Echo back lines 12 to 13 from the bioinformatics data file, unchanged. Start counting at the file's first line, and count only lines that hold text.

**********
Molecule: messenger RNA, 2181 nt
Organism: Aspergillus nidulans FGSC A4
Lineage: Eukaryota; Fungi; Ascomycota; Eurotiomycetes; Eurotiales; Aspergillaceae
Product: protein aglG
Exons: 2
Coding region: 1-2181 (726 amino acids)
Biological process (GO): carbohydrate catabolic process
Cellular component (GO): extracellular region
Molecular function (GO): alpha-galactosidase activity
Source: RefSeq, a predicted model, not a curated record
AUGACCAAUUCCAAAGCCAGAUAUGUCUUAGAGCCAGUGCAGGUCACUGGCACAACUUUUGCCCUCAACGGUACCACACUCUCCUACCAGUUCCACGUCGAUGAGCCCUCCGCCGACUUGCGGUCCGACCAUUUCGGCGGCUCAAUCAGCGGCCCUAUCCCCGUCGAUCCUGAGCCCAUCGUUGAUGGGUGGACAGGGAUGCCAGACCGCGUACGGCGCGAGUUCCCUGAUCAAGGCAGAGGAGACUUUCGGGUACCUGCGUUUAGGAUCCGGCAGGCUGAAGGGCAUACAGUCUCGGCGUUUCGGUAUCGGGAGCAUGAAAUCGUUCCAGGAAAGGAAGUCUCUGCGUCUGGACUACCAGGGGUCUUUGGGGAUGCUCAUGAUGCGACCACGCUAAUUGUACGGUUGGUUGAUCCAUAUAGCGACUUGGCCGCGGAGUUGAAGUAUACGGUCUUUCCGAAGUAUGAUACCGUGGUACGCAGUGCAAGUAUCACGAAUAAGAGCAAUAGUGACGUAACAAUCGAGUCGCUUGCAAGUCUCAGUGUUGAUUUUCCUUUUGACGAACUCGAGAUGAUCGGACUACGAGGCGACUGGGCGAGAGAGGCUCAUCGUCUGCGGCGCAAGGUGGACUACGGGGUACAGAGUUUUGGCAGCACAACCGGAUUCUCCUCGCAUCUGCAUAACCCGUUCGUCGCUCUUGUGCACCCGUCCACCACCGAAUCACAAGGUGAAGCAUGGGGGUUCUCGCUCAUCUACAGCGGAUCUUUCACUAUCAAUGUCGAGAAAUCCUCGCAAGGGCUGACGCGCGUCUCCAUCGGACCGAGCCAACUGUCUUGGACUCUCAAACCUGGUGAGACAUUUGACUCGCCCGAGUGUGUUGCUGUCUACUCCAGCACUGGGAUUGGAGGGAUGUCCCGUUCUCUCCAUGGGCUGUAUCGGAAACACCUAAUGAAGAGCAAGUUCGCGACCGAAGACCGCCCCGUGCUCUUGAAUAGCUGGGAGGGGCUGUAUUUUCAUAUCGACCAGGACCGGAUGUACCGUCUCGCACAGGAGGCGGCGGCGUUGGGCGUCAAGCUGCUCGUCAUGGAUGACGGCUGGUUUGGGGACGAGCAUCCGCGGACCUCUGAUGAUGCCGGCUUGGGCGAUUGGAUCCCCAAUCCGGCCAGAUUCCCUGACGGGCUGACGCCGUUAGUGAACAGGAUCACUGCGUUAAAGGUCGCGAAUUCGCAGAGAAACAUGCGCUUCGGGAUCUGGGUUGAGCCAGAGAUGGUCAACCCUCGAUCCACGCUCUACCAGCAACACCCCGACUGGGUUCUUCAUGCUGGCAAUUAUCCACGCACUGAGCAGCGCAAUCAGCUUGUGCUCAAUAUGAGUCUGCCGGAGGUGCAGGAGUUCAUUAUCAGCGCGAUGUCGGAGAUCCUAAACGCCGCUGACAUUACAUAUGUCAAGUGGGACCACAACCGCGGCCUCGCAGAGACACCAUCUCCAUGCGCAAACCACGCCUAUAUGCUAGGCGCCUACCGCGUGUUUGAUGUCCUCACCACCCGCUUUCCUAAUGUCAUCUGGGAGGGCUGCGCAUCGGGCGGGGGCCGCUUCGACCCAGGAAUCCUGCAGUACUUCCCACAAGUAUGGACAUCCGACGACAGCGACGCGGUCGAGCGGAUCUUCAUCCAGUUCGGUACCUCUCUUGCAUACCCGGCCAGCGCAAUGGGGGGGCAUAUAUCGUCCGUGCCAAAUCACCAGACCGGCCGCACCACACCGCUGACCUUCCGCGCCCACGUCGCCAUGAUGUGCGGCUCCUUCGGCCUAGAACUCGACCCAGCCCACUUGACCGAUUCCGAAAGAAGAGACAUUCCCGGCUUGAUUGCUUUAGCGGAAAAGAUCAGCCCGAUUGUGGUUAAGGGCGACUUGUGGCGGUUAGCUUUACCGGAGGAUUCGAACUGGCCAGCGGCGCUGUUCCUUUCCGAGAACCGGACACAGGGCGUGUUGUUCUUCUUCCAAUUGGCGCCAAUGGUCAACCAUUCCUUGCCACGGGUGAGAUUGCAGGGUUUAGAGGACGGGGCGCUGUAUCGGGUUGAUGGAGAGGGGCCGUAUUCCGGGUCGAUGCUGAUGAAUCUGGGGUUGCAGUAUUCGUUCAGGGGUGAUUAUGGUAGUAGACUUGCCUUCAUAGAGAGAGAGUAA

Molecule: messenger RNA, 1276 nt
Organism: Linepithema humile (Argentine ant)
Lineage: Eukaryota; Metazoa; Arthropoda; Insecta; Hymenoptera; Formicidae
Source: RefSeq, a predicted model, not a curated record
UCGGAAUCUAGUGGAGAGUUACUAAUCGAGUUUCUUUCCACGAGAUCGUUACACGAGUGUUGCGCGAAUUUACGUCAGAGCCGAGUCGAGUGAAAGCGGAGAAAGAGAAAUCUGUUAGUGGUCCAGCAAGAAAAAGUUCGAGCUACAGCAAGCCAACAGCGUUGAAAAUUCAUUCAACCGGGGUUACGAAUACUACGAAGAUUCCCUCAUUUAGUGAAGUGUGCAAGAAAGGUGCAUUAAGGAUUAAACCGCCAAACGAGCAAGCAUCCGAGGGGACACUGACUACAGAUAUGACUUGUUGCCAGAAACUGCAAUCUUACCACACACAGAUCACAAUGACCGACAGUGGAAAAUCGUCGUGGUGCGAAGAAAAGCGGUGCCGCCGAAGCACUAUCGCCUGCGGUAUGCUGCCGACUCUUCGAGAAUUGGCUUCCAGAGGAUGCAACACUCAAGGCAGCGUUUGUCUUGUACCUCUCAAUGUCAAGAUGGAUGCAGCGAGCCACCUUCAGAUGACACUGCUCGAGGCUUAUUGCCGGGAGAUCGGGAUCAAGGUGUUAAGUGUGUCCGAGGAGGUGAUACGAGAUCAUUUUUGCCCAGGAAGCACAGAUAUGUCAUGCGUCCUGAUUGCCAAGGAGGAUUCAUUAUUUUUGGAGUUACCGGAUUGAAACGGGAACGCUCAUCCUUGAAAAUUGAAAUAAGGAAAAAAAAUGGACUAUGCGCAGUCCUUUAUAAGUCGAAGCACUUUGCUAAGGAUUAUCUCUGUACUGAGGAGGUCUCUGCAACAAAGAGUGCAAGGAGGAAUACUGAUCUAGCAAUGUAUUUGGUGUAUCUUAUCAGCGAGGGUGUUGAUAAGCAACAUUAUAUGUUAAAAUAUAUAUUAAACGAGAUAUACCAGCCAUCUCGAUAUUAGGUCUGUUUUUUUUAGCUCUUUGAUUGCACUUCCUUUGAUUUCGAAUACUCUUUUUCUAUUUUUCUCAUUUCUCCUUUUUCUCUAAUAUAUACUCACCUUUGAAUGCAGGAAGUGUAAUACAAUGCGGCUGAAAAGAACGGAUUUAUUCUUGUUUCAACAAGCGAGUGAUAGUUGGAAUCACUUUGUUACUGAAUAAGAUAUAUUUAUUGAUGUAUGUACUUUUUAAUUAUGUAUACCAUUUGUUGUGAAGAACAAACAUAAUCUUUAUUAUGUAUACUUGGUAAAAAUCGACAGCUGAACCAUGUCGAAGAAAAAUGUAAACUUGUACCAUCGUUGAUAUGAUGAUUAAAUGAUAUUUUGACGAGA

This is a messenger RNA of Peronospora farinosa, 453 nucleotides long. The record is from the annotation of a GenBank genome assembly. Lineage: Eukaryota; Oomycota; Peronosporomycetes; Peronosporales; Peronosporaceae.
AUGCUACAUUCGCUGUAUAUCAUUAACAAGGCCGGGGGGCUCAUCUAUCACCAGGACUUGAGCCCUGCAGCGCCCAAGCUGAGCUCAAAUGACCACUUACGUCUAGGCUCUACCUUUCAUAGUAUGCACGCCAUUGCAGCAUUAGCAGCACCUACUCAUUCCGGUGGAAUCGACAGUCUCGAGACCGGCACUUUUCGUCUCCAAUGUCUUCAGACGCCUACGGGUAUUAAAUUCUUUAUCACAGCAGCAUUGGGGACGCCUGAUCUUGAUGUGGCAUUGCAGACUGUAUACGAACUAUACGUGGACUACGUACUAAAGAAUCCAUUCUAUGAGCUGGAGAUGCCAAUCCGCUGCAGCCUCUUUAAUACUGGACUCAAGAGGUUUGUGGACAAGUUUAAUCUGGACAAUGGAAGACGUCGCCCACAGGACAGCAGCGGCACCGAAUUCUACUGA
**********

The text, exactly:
Molecule: messenger RNA, 1276 nt
Organism: Linepithema humile (Argentine ant)